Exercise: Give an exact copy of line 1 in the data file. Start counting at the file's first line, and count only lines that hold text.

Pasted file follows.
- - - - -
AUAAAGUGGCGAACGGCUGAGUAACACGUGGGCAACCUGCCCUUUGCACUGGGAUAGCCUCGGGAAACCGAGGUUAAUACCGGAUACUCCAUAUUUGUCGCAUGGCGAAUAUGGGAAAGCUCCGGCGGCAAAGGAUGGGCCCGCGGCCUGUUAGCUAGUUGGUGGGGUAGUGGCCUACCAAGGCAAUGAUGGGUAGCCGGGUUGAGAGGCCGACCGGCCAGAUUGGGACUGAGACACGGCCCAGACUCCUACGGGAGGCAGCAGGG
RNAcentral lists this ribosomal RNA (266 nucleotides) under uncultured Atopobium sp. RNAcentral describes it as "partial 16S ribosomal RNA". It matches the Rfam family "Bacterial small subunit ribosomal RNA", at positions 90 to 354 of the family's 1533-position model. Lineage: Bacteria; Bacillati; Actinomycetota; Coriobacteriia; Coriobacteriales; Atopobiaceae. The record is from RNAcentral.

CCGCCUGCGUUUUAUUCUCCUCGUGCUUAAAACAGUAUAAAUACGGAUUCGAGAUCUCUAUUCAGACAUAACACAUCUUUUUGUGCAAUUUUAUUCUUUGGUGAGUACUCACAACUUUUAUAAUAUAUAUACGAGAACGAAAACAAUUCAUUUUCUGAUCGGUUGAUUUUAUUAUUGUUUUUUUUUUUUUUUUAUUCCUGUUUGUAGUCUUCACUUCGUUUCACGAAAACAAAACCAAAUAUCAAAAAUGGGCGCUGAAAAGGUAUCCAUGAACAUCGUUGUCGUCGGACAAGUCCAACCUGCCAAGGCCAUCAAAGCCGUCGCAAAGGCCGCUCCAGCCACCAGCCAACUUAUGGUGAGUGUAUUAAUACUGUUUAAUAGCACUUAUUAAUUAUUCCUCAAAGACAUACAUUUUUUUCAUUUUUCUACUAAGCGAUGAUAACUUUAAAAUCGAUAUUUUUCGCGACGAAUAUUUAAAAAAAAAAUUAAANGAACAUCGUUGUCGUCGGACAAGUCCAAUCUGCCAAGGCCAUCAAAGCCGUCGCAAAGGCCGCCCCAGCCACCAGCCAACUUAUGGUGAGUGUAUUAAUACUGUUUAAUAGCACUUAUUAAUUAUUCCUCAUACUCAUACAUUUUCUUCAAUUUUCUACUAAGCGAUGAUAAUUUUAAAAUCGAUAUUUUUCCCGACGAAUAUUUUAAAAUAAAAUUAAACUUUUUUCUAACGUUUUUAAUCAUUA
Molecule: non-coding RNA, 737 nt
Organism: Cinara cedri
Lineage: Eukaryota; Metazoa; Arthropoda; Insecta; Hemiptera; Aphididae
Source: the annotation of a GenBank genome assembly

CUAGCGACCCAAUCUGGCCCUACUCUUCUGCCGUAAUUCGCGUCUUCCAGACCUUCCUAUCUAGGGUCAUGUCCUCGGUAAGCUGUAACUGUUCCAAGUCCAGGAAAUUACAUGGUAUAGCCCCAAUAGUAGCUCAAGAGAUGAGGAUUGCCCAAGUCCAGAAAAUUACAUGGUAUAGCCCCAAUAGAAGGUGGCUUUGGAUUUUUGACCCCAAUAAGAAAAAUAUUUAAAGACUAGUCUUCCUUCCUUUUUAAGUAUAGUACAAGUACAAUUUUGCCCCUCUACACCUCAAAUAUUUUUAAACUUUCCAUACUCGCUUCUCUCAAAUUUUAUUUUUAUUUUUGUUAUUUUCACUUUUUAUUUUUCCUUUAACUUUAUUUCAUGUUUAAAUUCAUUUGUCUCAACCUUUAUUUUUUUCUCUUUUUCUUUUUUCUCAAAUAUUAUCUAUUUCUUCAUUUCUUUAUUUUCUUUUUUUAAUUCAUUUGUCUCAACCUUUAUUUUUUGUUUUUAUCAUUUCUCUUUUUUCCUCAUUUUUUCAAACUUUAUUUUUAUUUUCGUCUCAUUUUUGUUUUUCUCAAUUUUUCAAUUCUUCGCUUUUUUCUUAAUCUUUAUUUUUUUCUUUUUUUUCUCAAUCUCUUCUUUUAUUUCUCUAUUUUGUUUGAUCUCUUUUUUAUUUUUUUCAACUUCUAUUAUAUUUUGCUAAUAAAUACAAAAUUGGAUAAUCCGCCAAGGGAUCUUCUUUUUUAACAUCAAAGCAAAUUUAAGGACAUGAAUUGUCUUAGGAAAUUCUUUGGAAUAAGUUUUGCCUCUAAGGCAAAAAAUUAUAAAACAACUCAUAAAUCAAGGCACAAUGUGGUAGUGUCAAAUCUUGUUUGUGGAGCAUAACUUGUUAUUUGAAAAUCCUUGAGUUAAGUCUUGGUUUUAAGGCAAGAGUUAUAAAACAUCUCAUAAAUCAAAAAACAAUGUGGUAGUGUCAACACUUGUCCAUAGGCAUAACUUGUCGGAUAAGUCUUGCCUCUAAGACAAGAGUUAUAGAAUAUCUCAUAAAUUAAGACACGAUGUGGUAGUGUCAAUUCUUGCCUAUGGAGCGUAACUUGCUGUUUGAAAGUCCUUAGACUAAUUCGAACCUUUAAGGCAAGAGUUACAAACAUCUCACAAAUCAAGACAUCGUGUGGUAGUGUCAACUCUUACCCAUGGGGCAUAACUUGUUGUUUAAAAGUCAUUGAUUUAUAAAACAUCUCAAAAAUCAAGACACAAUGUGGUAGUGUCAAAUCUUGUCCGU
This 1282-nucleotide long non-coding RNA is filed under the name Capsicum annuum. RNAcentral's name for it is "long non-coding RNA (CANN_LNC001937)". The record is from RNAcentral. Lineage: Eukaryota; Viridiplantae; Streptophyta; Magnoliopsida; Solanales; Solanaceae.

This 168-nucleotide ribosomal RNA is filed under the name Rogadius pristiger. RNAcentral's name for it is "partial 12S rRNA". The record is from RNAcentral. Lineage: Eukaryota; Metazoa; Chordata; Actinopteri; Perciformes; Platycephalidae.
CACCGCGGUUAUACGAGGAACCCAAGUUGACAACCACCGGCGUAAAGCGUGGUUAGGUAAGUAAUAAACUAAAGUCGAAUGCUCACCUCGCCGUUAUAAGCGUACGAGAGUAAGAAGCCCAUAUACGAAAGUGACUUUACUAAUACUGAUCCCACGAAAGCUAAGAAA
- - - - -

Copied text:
AUAAAGUGGCGAACGGCUGAGUAACACGUGGGCAACCUGCCCUUUGCACUGGGAUAGCCUCGGGAAACCGAGGUUAAUACCGGAUACUCCAUAUUUGUCGCAUGGCGAAUAUGGGAAAGCUCCGGCGGCAAAGGAUGGGCCCGCGGCCUGUUAGCUAGUUGGUGGGGUAGUGGCCUACCAAGGCAAUGAUGGGUAGCCGGGUUGAGAGGCCGACCGGCCAGAUUGGGACUGAGACACGGCCCAGACUCCUACGGGAGGCAGCAGGG